[Wow. Tough to figure out what blog to post this on. I think it goes here by virtue of the GNS reference that I don’t want to have to re-explain anywhere else.]
Thread on the forge about how literature refuses gaming, precipitated from a comment from a published writer about how he’s consciously worked to keep his books from being viable settings for roleplay.
The conversation gets on track after a bit, and there’s a few snippets of conversation in which folks basically say “well, authors are essentially focused on story as the raison d’etre, while most traditional games focus on ‘what would it be like to live in this place in this way’, so I can see where that would not appeal to them.”
Then someone points out that a narrativist-style game like My Life with Master might be the sort of game that’s more in line with the storytelling agenda of an author.
This is an interesting bit:
I’d say the only significant difference (other than the medium of the output) in the process of the writer and the Narrativist roleplayer is that the writer is roleplaying Solataire while the roleplayer is relying on the collective input of the other players. The same awareness of how a characters words and actions ripple throughout the setting and effect other characters is required. And the same judgement as to whether any particular set of ripples is desireable or not is required. Both the writer and the narrativist player will have a character perform an action in large part because of the statement made.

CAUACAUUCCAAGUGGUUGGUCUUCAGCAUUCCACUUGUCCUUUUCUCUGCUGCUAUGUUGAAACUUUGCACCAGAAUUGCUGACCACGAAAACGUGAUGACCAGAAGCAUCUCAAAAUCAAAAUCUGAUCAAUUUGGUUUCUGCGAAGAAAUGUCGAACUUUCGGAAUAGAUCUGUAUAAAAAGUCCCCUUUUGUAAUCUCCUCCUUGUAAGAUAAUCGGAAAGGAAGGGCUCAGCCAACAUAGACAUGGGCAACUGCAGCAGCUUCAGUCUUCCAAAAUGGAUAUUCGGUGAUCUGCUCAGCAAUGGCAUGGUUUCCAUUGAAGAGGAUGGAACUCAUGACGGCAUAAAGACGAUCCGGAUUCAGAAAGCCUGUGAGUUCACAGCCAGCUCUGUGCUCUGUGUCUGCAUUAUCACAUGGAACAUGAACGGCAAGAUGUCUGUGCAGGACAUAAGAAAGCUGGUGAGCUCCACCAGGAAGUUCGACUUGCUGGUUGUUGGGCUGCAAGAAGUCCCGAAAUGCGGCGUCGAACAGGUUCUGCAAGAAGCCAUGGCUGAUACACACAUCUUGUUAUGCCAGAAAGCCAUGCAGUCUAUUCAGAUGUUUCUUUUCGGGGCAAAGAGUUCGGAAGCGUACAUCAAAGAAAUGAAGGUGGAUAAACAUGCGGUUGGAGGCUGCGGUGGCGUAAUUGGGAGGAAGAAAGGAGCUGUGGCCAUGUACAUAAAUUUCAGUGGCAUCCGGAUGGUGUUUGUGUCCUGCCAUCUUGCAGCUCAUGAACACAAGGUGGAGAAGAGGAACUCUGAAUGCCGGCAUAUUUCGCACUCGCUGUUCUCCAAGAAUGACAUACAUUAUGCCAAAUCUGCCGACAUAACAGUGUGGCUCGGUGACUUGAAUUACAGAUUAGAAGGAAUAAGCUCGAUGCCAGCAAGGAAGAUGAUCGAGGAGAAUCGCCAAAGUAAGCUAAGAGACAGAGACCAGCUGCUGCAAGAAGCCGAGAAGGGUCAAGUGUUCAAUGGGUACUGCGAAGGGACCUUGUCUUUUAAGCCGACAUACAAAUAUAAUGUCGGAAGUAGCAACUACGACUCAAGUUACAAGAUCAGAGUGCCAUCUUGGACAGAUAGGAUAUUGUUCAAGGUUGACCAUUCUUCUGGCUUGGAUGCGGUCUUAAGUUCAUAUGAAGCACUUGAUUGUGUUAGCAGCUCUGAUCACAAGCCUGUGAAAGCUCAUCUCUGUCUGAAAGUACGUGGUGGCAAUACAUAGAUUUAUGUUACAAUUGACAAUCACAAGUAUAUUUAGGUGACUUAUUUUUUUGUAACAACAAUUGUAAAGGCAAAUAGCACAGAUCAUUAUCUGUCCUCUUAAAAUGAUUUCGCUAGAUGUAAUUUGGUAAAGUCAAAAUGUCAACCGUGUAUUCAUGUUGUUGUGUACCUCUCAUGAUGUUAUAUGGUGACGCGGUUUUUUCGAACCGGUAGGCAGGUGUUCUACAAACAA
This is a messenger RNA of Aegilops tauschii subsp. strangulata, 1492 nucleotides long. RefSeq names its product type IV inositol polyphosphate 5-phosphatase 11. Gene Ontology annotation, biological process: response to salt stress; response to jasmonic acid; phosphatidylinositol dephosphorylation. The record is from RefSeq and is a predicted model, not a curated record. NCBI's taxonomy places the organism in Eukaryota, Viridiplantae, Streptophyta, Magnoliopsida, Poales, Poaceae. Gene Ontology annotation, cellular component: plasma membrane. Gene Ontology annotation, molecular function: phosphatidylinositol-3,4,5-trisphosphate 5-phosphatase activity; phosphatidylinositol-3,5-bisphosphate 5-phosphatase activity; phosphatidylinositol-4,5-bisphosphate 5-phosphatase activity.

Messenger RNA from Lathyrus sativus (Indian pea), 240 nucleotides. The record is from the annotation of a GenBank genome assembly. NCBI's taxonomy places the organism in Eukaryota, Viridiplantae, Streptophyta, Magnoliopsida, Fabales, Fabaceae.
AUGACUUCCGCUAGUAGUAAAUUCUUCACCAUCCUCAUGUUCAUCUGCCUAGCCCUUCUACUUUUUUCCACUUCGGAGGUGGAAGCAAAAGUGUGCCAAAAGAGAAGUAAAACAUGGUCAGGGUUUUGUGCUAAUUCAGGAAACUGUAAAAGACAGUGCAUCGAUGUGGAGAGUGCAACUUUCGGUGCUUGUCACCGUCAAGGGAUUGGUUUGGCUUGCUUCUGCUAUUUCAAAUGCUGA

Narr player vs. writer = group effort vs. solitaire versions of the same effort. Hmm. I consider myself a Narr player (at least part of the time — actually, a Narr GM and a Gamist player, maybe), so in a sense I’m used to the idea of creating a story about … whatever… with a lot of creative input from other people.
“Straight” writers tend to not do that during their initial process — that’s what editors and second-draft readers are for.
It occurs to me that this might be why I’m much more comfortable with someone reading my stuff as soon as I finish typing it, while I’ve already moved forward to the next couple pages. As I understand it from other folks who write (established professionals or people who aren’t yet but will be), this sort of interaction would drive them bat-shit crazy.
Doesn’t bother me. I think that’s a good thing. Not ‘better’, per se, just good.